Story Behind Camp Billy Gibbons

By E. B.  Henley

In the early 1900's, as a small boy Ed Henley accompanied his family on Sunday school picnics and overnight picnic to a spot where Brady Creek enters the San Saba River.  Incidentally, Ed Henley was a Boy Scout in a troop in Brownwood in 1912.

In the early spring of 1931, the Scout Leaders wanted to establish a more permanent camp than these two earlier councils had (Oil Belt Council and Pecan Valley Council).  They considered three locations - Lake Merritt, Lake Brownwood and Brady Creek at the San Saba River.

How did they know about Brady Creek?  Another person enters the scene.  A fellow whose name was Cliff Pouncey, (who was) an automobile dealer and garage operator in Brownwood.  He was a great outdoorsman who was always looking for good places to camp and hunt and fish.  Mr. Pouncey heard about Brady Creek from visiting with Ed Henley and what a good fishing spot it was. So Cliff Pouncey made a two piece boat tied it on the running board of his model T Ford and in 1925 he went looking for Brady Creek and San Saba River.  Cliff said he met the ranch owner Billy Gibbons who was on horseback asked him if he could go fishing on his land.  Billy Gibbons said "yes" and Cliff said he even opened the fence gate for him.

Cliff put together his two piece boat and put out a trotline just where Brady Creek flows into the San Saba.  There was about an 8-ft drop there, it now filled with silt and rock.  He started baiting his trout line and before he could finish his line was jerking and jerking.  He went back to take off the fish; used all his bait, went back to camp to see what else he could find to use for bait.  He found some cheese and soap, cut them up and the fish continued to bite.  And the fish continued to bite when the cheese and soap were gone.  This was the time when shiny hooks first were on the market and the fish were biting at these shiny hooks.  He caught about 200 fish and before he left he took a dishpan of dressed fish up to Billy Gibbons.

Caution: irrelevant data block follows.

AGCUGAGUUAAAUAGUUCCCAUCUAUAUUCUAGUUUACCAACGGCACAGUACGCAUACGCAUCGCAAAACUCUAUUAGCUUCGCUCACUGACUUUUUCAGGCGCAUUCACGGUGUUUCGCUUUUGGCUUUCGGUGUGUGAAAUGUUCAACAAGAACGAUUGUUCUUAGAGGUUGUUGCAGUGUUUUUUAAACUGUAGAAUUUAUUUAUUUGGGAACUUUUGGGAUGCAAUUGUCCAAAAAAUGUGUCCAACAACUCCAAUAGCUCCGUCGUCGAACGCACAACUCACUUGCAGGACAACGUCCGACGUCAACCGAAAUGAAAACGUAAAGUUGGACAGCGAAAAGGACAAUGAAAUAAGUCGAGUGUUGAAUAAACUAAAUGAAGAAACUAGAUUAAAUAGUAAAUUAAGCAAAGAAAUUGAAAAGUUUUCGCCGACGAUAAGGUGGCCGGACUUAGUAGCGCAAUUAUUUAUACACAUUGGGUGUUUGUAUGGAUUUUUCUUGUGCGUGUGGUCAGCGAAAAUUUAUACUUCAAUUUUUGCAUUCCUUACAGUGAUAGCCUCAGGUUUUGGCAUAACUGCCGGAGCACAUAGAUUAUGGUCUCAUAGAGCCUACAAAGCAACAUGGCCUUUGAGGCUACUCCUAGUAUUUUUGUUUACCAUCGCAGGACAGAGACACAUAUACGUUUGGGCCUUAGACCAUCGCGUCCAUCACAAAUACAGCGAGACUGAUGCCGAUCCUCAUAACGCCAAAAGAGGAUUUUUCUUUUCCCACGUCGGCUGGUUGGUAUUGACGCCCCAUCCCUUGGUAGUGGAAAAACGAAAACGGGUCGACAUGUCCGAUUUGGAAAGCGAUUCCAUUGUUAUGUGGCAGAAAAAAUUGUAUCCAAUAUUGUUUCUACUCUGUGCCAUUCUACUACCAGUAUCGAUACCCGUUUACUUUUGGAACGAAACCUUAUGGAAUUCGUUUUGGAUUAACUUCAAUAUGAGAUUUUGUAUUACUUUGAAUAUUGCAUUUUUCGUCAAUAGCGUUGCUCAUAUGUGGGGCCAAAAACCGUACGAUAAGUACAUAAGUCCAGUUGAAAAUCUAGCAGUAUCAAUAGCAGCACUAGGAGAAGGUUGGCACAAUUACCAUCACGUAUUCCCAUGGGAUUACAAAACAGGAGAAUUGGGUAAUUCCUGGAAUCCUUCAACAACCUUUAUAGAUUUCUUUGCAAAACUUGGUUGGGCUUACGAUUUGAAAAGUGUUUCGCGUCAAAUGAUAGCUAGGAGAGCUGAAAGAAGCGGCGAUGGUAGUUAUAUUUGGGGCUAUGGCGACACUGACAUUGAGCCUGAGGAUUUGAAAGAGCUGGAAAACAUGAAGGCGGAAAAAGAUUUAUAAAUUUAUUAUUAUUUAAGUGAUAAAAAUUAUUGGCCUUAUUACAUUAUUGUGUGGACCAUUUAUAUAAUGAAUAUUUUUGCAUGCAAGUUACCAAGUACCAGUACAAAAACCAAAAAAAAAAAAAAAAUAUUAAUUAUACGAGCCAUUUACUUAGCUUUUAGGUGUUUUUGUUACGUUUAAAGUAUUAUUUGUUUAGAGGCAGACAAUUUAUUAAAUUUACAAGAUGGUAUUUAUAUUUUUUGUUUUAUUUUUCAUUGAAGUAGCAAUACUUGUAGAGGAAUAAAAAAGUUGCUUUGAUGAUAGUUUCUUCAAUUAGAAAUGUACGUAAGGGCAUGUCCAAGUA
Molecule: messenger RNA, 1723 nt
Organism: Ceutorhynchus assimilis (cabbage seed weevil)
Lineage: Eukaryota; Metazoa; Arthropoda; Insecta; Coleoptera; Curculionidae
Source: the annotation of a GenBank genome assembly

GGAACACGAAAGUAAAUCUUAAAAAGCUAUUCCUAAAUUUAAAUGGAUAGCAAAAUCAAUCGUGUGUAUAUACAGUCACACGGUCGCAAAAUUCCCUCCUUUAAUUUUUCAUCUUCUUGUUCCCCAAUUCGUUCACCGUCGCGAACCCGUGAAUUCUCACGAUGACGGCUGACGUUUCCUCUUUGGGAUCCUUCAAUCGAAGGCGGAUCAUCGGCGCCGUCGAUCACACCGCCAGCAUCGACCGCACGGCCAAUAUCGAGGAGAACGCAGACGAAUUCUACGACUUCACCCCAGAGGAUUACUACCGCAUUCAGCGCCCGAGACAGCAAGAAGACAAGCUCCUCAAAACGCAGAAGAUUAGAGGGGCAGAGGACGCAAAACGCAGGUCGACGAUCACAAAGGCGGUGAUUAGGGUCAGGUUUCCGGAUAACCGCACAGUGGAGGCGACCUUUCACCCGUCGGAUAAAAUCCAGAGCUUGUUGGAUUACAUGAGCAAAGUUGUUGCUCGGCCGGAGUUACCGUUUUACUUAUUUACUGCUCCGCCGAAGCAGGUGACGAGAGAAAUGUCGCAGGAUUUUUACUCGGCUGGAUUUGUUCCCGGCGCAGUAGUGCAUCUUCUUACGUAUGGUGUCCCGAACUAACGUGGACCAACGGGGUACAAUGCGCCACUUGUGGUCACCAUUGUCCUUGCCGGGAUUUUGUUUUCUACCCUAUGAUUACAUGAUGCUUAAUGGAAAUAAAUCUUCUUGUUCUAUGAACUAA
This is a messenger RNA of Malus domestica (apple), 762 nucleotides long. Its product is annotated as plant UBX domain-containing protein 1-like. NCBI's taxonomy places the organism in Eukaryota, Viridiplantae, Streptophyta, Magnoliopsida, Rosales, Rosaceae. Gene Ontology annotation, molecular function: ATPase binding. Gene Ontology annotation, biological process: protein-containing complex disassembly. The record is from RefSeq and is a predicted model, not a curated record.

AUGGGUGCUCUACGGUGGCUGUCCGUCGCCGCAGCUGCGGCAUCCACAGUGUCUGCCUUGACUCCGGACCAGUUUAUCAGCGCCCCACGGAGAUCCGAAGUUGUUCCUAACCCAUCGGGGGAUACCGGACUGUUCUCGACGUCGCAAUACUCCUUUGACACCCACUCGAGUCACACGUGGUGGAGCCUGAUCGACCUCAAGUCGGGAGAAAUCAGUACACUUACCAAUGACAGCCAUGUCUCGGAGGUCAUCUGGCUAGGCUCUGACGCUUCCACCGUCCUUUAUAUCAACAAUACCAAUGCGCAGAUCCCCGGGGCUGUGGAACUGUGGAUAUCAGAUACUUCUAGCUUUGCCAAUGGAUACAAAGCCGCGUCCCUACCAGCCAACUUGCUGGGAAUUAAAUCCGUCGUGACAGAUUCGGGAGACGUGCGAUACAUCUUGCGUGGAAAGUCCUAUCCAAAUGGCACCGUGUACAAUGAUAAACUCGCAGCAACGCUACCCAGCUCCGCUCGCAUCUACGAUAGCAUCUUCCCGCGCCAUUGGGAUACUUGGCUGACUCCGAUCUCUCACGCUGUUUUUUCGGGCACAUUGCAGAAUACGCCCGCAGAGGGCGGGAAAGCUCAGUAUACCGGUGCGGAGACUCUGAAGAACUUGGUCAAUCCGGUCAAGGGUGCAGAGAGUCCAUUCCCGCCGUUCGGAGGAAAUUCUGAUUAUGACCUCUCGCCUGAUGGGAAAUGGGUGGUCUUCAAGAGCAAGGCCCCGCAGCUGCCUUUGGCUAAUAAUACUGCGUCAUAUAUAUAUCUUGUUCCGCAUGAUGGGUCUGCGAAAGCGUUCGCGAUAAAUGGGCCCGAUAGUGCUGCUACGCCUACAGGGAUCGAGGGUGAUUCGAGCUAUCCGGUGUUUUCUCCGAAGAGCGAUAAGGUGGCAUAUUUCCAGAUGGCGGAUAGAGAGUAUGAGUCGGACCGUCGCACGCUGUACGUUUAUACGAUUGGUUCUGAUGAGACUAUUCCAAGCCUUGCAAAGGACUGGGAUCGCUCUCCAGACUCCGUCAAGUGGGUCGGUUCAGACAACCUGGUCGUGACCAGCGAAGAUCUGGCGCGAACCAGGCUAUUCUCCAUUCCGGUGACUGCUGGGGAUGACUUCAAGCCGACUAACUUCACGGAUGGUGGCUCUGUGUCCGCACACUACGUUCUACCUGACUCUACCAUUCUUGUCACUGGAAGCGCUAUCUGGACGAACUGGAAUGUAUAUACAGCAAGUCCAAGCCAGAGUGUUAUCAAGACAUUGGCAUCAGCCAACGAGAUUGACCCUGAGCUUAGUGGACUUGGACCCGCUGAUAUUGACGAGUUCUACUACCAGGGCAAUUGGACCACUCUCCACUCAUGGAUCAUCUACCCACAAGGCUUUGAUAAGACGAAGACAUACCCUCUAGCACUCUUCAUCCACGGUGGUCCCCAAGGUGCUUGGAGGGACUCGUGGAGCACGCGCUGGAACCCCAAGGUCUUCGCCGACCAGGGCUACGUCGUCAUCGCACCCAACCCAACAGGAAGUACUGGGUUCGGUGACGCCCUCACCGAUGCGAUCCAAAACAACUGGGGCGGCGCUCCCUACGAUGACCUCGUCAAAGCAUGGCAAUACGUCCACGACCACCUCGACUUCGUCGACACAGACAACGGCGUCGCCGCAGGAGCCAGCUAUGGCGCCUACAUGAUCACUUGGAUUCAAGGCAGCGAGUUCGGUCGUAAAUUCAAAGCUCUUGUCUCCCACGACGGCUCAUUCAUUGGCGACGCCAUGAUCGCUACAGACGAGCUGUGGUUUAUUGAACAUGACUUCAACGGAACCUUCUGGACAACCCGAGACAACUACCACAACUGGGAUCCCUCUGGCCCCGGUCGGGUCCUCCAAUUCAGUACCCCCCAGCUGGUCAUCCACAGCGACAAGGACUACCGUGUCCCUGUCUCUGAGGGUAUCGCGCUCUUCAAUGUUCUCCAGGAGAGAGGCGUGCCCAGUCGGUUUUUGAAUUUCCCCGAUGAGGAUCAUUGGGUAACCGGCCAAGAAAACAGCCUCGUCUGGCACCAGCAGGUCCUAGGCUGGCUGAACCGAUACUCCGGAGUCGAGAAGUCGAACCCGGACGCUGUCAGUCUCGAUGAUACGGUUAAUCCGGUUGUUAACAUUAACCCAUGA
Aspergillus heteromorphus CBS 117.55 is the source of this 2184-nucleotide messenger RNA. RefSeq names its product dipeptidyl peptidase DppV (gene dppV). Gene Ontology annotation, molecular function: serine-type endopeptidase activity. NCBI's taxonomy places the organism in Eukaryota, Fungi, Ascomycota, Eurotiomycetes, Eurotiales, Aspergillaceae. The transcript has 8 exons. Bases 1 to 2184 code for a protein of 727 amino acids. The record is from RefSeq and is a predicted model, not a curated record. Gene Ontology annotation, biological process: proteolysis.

Billy Gibbons said to Cliff "Everyone wants to fish on my land but you're the only one that brings me fish."

Cliff continued to fish at this location and liked Brady Creek so much he asked Billy Gibbons if there was a place where he could set up a camping spot for his family.  Billy Gibbons said sure find a spot and build a cabin.  Cliff didn't want a cabin just a spot to improve a little for tent camping.  He picked out a place called "Blue Hole' and built a fireplace and cleared a spot for a tent.  The rock fireplace is still there just behind Ralph Evan's tent.

Cliff Pouncey was a Scout Leader in 1931 and when the Scout Leaders were looking for a spot for a Boy Scout camp he recommended Brady Creek.  It was selected and in May 1931 the council executive board selected that site and asked Cliff Pouncey to be their camp director.  He recruited some people to help including O. W. Winebrenner and others.

The Scouts camped there for the next years.  In 1933, Billy Gibbons died and his children two boys and a girl had control of the land.

In 1946, misunderstanding, pecan trees bulldozed down - Scout officials upset - cash settlement - son John Gibbons said pick a new site and I'll give you a deed to the land.

Blue Hole area selected and this camp built and first camp held in 1947. Cliff Pouncey's Good Turn.

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